For the experiment, swords were made using traditional techniques from the middle to late Bronze Age. They were given to weapon experts to battle each other with real combat methods before the marks on the blades were then compared to those found on 110 ancient swords. They were a match. This strongly suggested that Bronze Age warriors didn’t carry such items for ceremonial reasons. Instead, these weapons were wielded by skilled swordsmen during real fights.[7]

3 Neanderthal Pancakes Are Nutty

Neanderthals cooked meals with pulses 70,000 years ago

For a long time, people thought that Neanderthals were dumb. But today, we know that they had sophisticated tools for hunting and domestic use. There’s strong evidence that Neanderthals created art and jewelry. They painted with different colors. They had graveyards.

Even though the image of Neanderthals is becoming clearer, it wasn’t until recently that researchers realized that this group of hominids also had a complex culinary culture. This happened after 70,000-year-old charred food remnants were collected at Shanidar Cave in Iraq, where Neanderthals lived for a long time. It revealed that their prehistoric cooking skills were unexpectedly complex and involved a variety of ingredients and preparation techniques.

When researchers recreated a recipe, using what they’d learned about Neanderthal food preparation and also selecting seeds still growing near the cave, they created something that looked a lot like a pancake or flatbread. A quick nibble revealed that it was tasty. The flavor was described as “nutty.”[8]

2 T-Rex’s Breath (It’s Bad)

t-rex probably smelled like this…

Many T-Rex fans wonder what their favorite prehistoric predator really looked like. How did it truly behave? But even the most hard-core admirers rarely wonder what the Cretaceous beast’s breath smelled like. It did occur, however, to someone at Chicago’s Field Museum. In 2019, the public was able to experience this unusual recreation after the museum added interactive sensory details to its SUE exhibit.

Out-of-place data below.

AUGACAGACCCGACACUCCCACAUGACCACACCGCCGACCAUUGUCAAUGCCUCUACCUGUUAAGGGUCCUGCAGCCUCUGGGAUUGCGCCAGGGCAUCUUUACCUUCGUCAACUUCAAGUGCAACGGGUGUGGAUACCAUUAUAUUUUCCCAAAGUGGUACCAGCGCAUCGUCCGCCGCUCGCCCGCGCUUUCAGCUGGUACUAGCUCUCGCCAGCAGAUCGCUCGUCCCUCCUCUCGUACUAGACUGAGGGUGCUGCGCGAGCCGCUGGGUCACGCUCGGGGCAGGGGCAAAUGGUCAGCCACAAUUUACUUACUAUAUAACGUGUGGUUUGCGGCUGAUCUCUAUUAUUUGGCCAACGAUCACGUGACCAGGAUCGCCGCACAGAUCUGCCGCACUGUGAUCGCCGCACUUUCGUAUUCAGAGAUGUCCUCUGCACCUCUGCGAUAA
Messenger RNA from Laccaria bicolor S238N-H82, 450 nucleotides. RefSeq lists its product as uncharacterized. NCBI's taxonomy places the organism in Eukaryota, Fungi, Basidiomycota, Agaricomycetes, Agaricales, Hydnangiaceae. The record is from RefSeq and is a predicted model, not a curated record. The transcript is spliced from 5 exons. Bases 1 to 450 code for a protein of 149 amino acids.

SUE is the most complete T-Rex fossil in existence. Visitors could touch recreated dinosaur skin and listen to what the fearsome creature sounded like. But the smells stole the show. One of them was SUE’s prehistoric environment. Based on the time she was alive and the location where the dinosaur’s remains were found, experts created “ancient air” that included whiffs of cypress resin, tulip trees, ginger, and pond water.

SUE’s full-strength breath, however, would have made visitors sick. The researchers had to dilute what was essentially the smell of rotting meat. True enough, the anatomy of T-Rex’s teeth suggested that after eating, bits of flesh would’ve gotten stuck between the animal’s teeth. As time passed, the meat would’ve putrefied in her mouth, giving SUE’s breath a dreadful punch.[9]

1 Boston’s Molasses Tsunami

The Great MOLASSES Flood of 1919

In January 1919, a bizarre event unfolded in Boston’s North End neighborhood. A container broke and spilled over 2.3 million gallons (8.7 million liters) of molasses. The liquid crashed into the streets as a 25-foot (7.6-meter) wave that raced along at 35 miles per hour (56 kph), causing war-like damage to buildings. People also got swept away, and around 21 perished.

The tragedy left questions that couldn’t be answered for a long time. Was it even possible for molasses to reach such a lethal speed—or did the history books get it wrong? And why did so many people die?

In 2016, Harvard University students recreated the event. Since it wasn’t a good idea to puncture a molasses tank in a suburb, they built a scale model and chose corn syrup as a suitable alternative.

The experiment unveiled several clues and answers. It showed that warm corn syrup had no problem flooding the “buildings” with great speed. Under cold conditions (the weather was chilly on that fateful day), the sugary substance quickly hardened and most likely trapped the victims, causing their demise either through asphyxiation or making it too dangerous for others to attempt a rescue.[10]

fact checked by Darci Heikkinen
Jana Louise Smit

Jana earns her beans as a freelance writer and author. She wrote one book on a dare and hundreds of articles. Jana loves hunting down bizarre facts of science, nature and the human mind.

Read More: Facebook Smashwords HubPages